Autism: Pathophysiology and Promising Herbal Remedies, Bahmani et al., Current pharmaceutical design 22.3 (2016): 277-285.
Autistic children display elevated urine levels of bovine casomorphin-7 immunoreactivity, Sokolov et al., Peptides 56 (2014) 68-71.
Biochemical and molecular basis of thimerosal-induced apoptosis in T cells: a major role of mitochondrial pathway, Makani et al. Genes and immunity 3.5 (2002): 270-278.
Blood-brain barrier and intestinal epithelial barrier alterations in autism spectrum disorders, Fiorentino Molecular Autism (2016) 7:49.
Can the Pathophysiology of Autism be Explained by the Nature of the Discovered Urine Peptides? Reichelt et al. Nutritional Neuroscience, 2003 Vol. 6 (1), pp. 19-28.
Casein: A Milk Protein with Diverse Biologic Consequences, Miller et al., Exp Biol Med (Maywood) 1990 195: 143.
Clinical improvement following vitamin D3 supplementation in Autism Spectrum Disorder, Feng et al., Nutritional Neuroscience 2017 VOL. 20 NO. 5.
Coenzyme Q10 Depletion in Medical and Neuropsychiatric Disorders: Potential Repercussions and Therapeutic Implications, Morris et al., Molecular neurobiology 48.3 (2013): 883-903.
Decreased Brain Levels of Vitamin B12 in Aging, Autism and Schizophrenia, Zhang et al., 2016 PLoSONE 11(1): e0146797.
Does Nutritional Intake Differ Between Children with Autism Spectrum Disorders and Children with Typical Development? Herndon et al., J Autism Dev Disord (2009) 39:212-222.
Early Intervention with a Parent-Delivered Massage Protocol Directed at Tactile Abnormalities Decreases Severity of Autism and Improves Child-to-Parent Interactions: A Replication Study, Silva et al., Autism research and treatment 2015.
Effect of a Dietary Intervention on Autistic Behavior, Knivsberg et al., Focus on autism and other developmental disabilities, Volume 18, number 4, winter 2003.
Effect of gluten free diet on gastrointestinal and behavioral indices for children with autism spectrum disorders: a randomized clinical trial, Ghalichi et al., World J Pediatr2016;12(4):436-442.
Effectiveness of the gluten-free, casein-free diet for children diagnosed with autism spectrum disorder: Based on parental report, Pennesi et al., Nutritional Neuroscience 2012 VOL. 15 NO. 2.
Elimination diets-efficacy and mechanisms in attention deficit hyperactivity disorder and autism spectrum disorder, Ly et al., Eur Child Adolesc Psychiatry (2017) 26:1067-1079.
Environmental Chemical Exposures and Autism Spectrum Disorders: A Review of the Epidemiological Evidence, Kalkbrenner et al., Curr Probl Pediatr Adolesc Health Care. 2014 November ; 44(10): 277-318.
Environmental toxicants and autism spectrum disorders: a
Enzyme-based therapy for autism spectrum disorders-Is it worth another look? Brudnak et al., Medical Hypotheses (2002) 58(5), 422-428.
Epigenetic effects of casein-derived opioid peptides in SH-SY5Y human neuroblastoma cells, Trivedi et al., Nutrition & Metabolism (2015) 12:54.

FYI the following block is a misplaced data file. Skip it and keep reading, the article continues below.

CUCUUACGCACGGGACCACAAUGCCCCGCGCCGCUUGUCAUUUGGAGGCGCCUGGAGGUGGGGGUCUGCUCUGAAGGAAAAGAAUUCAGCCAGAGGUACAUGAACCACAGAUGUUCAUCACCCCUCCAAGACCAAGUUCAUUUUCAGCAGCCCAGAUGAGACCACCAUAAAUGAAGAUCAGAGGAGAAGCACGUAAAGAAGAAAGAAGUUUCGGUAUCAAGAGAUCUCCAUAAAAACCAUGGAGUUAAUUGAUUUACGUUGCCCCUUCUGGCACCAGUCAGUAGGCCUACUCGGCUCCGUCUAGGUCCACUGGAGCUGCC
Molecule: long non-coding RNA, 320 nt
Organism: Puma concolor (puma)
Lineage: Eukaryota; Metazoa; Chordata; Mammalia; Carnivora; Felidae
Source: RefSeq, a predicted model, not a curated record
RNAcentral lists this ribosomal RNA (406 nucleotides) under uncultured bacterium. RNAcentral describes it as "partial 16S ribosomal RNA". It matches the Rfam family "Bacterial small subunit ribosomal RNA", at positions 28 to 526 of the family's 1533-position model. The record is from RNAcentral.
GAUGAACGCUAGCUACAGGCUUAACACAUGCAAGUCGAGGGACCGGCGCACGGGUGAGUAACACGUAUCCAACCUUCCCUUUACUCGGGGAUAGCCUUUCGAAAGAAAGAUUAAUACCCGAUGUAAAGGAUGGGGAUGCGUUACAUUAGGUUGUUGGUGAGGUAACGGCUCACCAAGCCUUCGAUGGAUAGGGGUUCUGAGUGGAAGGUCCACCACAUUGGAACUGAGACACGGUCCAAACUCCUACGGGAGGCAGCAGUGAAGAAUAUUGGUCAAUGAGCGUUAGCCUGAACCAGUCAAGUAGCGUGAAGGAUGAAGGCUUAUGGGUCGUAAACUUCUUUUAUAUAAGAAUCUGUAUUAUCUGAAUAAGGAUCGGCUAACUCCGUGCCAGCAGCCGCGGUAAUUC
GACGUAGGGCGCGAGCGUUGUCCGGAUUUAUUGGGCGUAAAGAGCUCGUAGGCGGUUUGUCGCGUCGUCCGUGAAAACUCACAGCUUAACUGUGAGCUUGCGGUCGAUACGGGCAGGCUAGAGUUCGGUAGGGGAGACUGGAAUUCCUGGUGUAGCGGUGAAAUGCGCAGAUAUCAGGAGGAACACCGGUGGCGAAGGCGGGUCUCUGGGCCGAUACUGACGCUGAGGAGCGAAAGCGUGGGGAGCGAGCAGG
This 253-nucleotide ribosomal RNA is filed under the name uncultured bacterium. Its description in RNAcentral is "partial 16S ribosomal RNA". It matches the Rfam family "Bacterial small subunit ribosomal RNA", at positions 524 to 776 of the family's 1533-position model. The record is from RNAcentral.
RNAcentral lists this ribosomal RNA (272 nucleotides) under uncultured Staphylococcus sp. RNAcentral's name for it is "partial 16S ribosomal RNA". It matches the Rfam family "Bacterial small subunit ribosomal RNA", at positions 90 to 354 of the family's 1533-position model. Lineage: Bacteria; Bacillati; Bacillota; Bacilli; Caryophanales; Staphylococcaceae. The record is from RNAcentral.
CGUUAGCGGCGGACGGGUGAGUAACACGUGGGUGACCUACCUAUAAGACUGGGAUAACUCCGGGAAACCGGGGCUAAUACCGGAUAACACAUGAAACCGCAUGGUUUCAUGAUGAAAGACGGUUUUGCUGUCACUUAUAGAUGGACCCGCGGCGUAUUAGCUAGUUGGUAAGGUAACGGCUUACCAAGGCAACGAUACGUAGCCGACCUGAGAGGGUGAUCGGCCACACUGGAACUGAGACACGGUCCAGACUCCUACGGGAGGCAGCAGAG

Estrogen receptor-b regulates human tryptophan hydroxylase-2 through an estrogen response element in the 5 0 untranslated region, Hiroi et al., J Neurochem 2013;127(4):487-495.
Evaluation of whole blood zinc and copper levels in children with autism spectrum disorder, Craciun et al., Metabolic Brain Disease 31.4 (2016): 887-890.
Examination of vitamin intakes among US adults by dietary supplement use, Bailey et al., (2012) J. Acad. Nutr. Diet 112, 657-663, e654.
Folate receptor alpha autoimmunity and cerebral folate deficiency in autism spectrum disorders, Rossignol et al., Journal of Pediatric Biochemistry 2.04 (2012): 263-271.
Food allergy and infantile autism, Lucarelli, et al. Panminerva Medica 37.3 (1995): 137-141.
How nutritional status, diet and dietary supplements can affect autism. A review, Kawicka et al., Rocz Panstw Zakl Hig 2013;64(1):1-12.
Identifying autism from neural representations of social interactions: neurocognitivemarkers of autism. Just et al. PloSone 9.12 (2014).
Improvement of neurobehavioral disorders in children supplemented with magnesium-vitamin B6 II. Pervasive developmental disorder-autism, Mousain-Bosc et al. Magnesium Research 2006; 19 (1): 53-62.
Integrative approaches to caring for children with autism, Klein et al., Current problems in pediatric and adolescent health care 46.6 (2016): 195-201.
Iron deficiency in Autism and Asperger Syndrome, Latif et al., Autism 2002, 6, 103-114.
J. Autism Dev. Disord. 43, 2677-2685.
Level of Trace Elements (Copper, Zinc, Magnesium and Selenium) and Toxic Elements (Lead and Mercury) in the Hair and Nail of Children with Autism, Priya et al., BiolTrace Elem Res (2011) 142:148-158.
L-Tryptophan: Basic Metabolic Functions, Behavioral Research and Therapeutic Indications, Richard et al., International Journal of Tryptophan Research 2009:2 45-60.
Melatonin for sleep in children with autism: a controlled trial examining dose, tolerability, and outcomes. Malow et al. Journal of autism and developmental disorders 42.8 (2012): 1729-1737.
Metabolic biomarkers related to oxidative stress and antioxidant status in Saudi autistic children, Al-Gadani et al., Clinical Biochemistry 42 (2009) 1032-1040.
Neurodevelopmental disorders following thimerosal-containing childhood immunizations: a follow-up analysis, Geier and Geier, International journal of toxicology 23.6 (2004): 369-376.
Nuclear Factor-Kappa B and Other Oxidative Stress Biomarkers in Serum of Autistic Children, Abdel-Salam et al. Open Journal of Molecular and Integrative Physiology, 2015, 5, 18-27.